A possible source for Jules Verne's Nautilus.
Found this article at the fantastic Vernian Era website. I have previously discussed another set of pages from this site in my School of Nautili post. Michael Crisafulli has collected some wondeful information on various technologies that existed at the time Jules Verne was writing. Many of these were experimental and considered unworkable but they could easily have been used as inspiration by Verne.
A good example of such a technology was the Cigar Ships that the Winans Family of Baltimore, Maryland, built between 1858 and 1866.
he cigar ships were designed and built by the Winans family, successful railway engineers from Baltimore, Maryland who moved into marine engineering with enthusiasm and great expenditures of their family wealth, but less success. Their radical marine design concept included an ultra-streamlined spindle-shaped hull with minimum superstructure. The Winans constructed at least four ships between 1858 and 1866. Two of these attracted considerable public attention as well as skepticism and outright criticism from the technical establishment. Ross Winans and his sons were, first and foremost, engineers experimenting with innovative concepts. The innovative technology would certainly have attracted Jules Verne's attention. He may well have seen one of the boats sailing or berthed in England. Some of their innovations were adopted for surface ships in the twentieth century, and many of the pioneer submarines built in the late nineteenth and early twentieth century resembled them. Later in the twentieth century, aerodynamicists rediscovered the benefits of the spindle.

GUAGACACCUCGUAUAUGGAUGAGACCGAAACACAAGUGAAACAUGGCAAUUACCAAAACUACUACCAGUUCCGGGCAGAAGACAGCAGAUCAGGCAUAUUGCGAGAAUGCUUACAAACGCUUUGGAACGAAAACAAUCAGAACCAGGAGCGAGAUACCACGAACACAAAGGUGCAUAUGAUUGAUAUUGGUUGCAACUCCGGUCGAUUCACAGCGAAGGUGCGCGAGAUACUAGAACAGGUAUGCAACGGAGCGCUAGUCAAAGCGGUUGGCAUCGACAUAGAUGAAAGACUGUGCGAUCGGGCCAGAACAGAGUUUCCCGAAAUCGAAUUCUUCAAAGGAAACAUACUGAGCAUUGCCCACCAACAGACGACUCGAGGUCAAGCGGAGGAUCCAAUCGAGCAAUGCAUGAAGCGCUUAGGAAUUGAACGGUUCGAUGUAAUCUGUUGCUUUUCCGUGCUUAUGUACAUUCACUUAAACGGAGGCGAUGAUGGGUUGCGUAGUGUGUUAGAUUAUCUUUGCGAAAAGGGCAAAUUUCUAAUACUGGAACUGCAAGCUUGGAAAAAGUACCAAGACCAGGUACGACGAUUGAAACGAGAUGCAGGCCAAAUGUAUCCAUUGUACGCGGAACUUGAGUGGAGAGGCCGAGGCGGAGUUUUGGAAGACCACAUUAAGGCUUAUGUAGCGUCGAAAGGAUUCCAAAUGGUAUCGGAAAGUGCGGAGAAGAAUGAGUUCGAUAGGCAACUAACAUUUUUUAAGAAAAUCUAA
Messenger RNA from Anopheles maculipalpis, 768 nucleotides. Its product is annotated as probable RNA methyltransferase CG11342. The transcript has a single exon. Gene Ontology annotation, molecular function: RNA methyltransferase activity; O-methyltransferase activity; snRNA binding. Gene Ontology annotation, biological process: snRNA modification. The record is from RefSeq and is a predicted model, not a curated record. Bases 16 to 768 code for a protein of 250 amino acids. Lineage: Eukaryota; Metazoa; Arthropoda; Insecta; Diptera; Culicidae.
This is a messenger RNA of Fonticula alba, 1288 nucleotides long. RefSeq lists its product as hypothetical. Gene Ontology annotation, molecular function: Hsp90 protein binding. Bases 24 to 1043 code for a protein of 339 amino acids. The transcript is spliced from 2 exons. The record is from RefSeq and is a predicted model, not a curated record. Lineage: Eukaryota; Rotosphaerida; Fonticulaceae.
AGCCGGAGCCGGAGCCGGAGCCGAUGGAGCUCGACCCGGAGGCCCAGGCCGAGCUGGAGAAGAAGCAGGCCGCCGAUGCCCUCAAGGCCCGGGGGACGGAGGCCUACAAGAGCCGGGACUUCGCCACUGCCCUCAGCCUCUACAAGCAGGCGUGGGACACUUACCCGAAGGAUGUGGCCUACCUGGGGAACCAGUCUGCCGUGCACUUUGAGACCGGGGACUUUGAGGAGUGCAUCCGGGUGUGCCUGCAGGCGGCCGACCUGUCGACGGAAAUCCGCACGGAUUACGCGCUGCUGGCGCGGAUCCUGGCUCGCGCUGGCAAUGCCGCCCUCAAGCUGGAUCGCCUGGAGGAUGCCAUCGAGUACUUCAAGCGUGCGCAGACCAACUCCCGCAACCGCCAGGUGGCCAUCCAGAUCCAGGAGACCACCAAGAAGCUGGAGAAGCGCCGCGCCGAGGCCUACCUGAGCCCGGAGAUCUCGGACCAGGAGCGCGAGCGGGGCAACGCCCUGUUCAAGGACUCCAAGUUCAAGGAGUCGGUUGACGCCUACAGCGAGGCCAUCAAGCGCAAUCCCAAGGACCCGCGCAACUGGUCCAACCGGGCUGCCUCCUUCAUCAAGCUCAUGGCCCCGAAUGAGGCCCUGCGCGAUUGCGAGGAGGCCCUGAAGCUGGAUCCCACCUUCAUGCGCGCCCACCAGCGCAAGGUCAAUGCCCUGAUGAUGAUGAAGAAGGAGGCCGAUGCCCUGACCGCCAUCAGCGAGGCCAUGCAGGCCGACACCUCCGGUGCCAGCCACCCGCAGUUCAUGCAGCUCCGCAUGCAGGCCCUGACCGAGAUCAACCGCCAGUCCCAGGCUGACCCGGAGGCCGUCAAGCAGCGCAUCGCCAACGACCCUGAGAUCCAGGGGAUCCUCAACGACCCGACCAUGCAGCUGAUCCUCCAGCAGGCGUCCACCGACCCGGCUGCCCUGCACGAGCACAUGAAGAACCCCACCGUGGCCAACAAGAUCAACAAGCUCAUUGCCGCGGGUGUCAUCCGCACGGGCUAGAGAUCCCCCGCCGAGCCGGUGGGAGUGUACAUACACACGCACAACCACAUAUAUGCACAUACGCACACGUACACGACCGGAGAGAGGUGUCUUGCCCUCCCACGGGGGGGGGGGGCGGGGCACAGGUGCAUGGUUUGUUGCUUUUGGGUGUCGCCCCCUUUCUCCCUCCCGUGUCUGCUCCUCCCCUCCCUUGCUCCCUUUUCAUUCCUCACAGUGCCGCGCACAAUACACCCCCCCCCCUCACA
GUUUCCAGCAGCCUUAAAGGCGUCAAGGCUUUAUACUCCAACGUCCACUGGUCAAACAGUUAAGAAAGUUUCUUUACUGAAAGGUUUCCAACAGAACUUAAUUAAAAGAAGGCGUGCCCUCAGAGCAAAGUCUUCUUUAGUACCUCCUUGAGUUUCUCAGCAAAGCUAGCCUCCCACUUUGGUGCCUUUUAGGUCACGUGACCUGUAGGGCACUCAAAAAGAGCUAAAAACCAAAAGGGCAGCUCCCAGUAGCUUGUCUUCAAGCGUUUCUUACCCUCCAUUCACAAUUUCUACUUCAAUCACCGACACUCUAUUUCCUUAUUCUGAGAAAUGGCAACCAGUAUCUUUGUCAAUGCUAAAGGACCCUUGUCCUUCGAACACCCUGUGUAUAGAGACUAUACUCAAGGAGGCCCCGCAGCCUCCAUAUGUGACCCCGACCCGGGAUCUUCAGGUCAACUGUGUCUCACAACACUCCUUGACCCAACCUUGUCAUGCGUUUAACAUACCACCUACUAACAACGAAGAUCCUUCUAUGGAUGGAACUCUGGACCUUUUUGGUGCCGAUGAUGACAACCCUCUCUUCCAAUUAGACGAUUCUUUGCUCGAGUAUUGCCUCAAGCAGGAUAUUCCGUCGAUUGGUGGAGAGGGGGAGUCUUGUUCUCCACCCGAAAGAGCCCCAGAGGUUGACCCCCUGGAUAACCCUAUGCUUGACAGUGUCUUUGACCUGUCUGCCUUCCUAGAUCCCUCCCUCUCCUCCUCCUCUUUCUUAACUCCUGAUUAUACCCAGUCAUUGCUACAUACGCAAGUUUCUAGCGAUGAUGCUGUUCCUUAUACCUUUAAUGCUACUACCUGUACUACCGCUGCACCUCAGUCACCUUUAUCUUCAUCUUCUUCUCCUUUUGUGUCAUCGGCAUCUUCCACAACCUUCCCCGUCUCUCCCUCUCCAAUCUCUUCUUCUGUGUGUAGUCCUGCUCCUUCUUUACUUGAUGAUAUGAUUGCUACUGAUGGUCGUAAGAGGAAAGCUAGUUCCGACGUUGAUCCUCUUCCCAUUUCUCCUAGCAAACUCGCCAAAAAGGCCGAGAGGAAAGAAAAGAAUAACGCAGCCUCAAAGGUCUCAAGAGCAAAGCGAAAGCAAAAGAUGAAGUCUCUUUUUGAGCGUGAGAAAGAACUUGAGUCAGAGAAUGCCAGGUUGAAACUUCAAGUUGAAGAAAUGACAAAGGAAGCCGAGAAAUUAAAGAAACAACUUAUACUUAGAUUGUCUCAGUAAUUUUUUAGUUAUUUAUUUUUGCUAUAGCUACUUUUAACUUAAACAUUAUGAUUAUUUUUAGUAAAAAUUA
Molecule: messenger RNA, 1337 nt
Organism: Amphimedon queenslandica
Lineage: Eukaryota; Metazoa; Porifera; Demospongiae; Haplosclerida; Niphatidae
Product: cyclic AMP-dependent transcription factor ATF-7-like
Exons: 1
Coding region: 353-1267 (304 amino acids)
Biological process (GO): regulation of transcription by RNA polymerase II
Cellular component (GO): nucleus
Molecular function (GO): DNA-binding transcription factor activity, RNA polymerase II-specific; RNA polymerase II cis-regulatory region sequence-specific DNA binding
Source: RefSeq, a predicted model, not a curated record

The site discusses the history of these odd vessels and many of the design problems that the Winans had to overcome.
The final ship built using this design was the yacht Ross Winans built in 1866.
From the website:
The Winans launched their final effort in 1866 in London. The Ross Winans was 256 feet long with the same 16-foot diameter as their first boat and displaced about 400 tons. It did have a nearly conventional superstructure atop the hull amidships, 130 feet long and ten feet wide, tapering to a point at each end. Inverting the first design, it was driven by a 22-foot diameter propeller at each end. These nine-bladed props were powered by an engine room amidships. The Ross Winans underwent trials in the Solent channel but made no more than one or two coastal voyages, never going to sea in earnest.
The woodcut at right, from The Illustrated London News, 3 Mar 1866, shows the stern-first launching of the Ross Winans. The propeller mounts are visible, but the propellers have not yet been installed.
Highly recommended reading this!
Check out the full article at: The Winans Cigar Ships
Keep your sightglass full, your firebox trimmed and your water iced.